Racism is an unfortunate misnomer that describes discrimination against people for certain outward physical characteristics. There is no legitimate justification for categorizing people on such bases – whether it’s red hair, skin color or otherwise. There is no scientific basis for the concept of race. Myriad gene variations help make each of us a unique individual, but we humans are far more alike than we are different.”

Esther Fagbemiro, an employment attorney from Kent, UK, wrote that at first she was not “as sympathetic as would be the case for other victims of racism. However, having read about the historical associations, and current abuse that those blessed with the hair colour suffer, I have changed my mind … to some extent!

Any ‘ism’ that has the effect of negatively transcending an individual’s merit, character, lawful and social entitlements, etc., needs to be challenged.  All of that said, for some reason gingerism does not seem to demand recourse to the enlargement of the legal concept of racism to my mind.  I wonder if the world of media and celebrity can lend its weighty help in the effort to change perceptions – let the cult of celebrity do something useful for a change.  Perhaps I need to familiarise myself with well-established bodies of research on the phenomena to better inform my thoughts. …”

And another reader commented that gingerism may be grounded in a “racial or ethnic component.” Ralph Watzke, a lawyer and law instructor from Saskatchewan, Canada, wrote:

“I do believe that ‘gingerism,’ especially in the UK, may indeed have a racial or ethnic component, as red hair is by far more prevalent among the Celtic peoples (Scots, Irish, Welsh) than among the English. People who have red hair are perceived to be of Celtic origin and thus targets for a disguised form of racism. …

Redheads are found in all European ethnic groups (especially Finno-Ugric, most prevalent among the Udmurts in the Russian Urals), also Jewish (e.g., Danny Kaye) and Arabic peoples, even non-white ethnic groups. I personally know two Lebanese redheads (who claim Crusader descent), and a Korean woman who had an American soldier father. …  So, what do you and your readers think?  Surnames like Roth, Rossi, Rudy, etc. among Europeans and Jewish persons, are suggestive of a redhead in the family tree.”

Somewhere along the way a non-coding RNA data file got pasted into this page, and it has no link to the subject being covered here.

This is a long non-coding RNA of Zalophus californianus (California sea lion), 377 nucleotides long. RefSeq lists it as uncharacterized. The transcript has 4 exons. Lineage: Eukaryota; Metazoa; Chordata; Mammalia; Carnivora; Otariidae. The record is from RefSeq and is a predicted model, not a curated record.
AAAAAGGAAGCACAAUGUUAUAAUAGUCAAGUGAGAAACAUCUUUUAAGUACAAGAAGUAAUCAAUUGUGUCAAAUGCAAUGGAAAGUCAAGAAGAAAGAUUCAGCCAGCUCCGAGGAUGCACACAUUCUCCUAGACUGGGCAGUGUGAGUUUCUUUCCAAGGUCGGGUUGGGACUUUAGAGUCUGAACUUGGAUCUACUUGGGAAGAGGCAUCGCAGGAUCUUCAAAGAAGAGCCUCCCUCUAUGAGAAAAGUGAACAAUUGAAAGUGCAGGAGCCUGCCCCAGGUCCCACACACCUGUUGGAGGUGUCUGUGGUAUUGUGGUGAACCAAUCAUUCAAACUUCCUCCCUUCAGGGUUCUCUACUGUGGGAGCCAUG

Gingerism and Age Appearance

Now Ms. Warner writes that “According to the Telegraphresearchers at Erasmus University in the Netherlands analyzed the perceived age of more than 2,600 adults by feeding pictures of their faces and profiles into an algorithm, which estimated their age based on their appearance. … After controlling for factors like age, sex, and wrinkles, researchers found that people with a certain variation of the MC1R gene looked an average of two years younger. … they pointed to the gene’s role in inhibiting inflammation, although MC1R also plays a role in removing DNA damage caused by UV light.”

Her takeaway:   “In a culture that prizes youthfulness, it’s easy to see why this would be exciting news for cosmetic reasons However, it’s important to note that how old you appear to others has been shown to be a potentially useful measure of aging and mortality, and age discrimination can have detrimental effects on older adults, especially in women. On the other hand, perception of your own age — how old you feel, as opposed to how old you look to others — is equally important: Research has shown that people who feel younger than their chronological age tend to live significantly longer than those who felt their age.”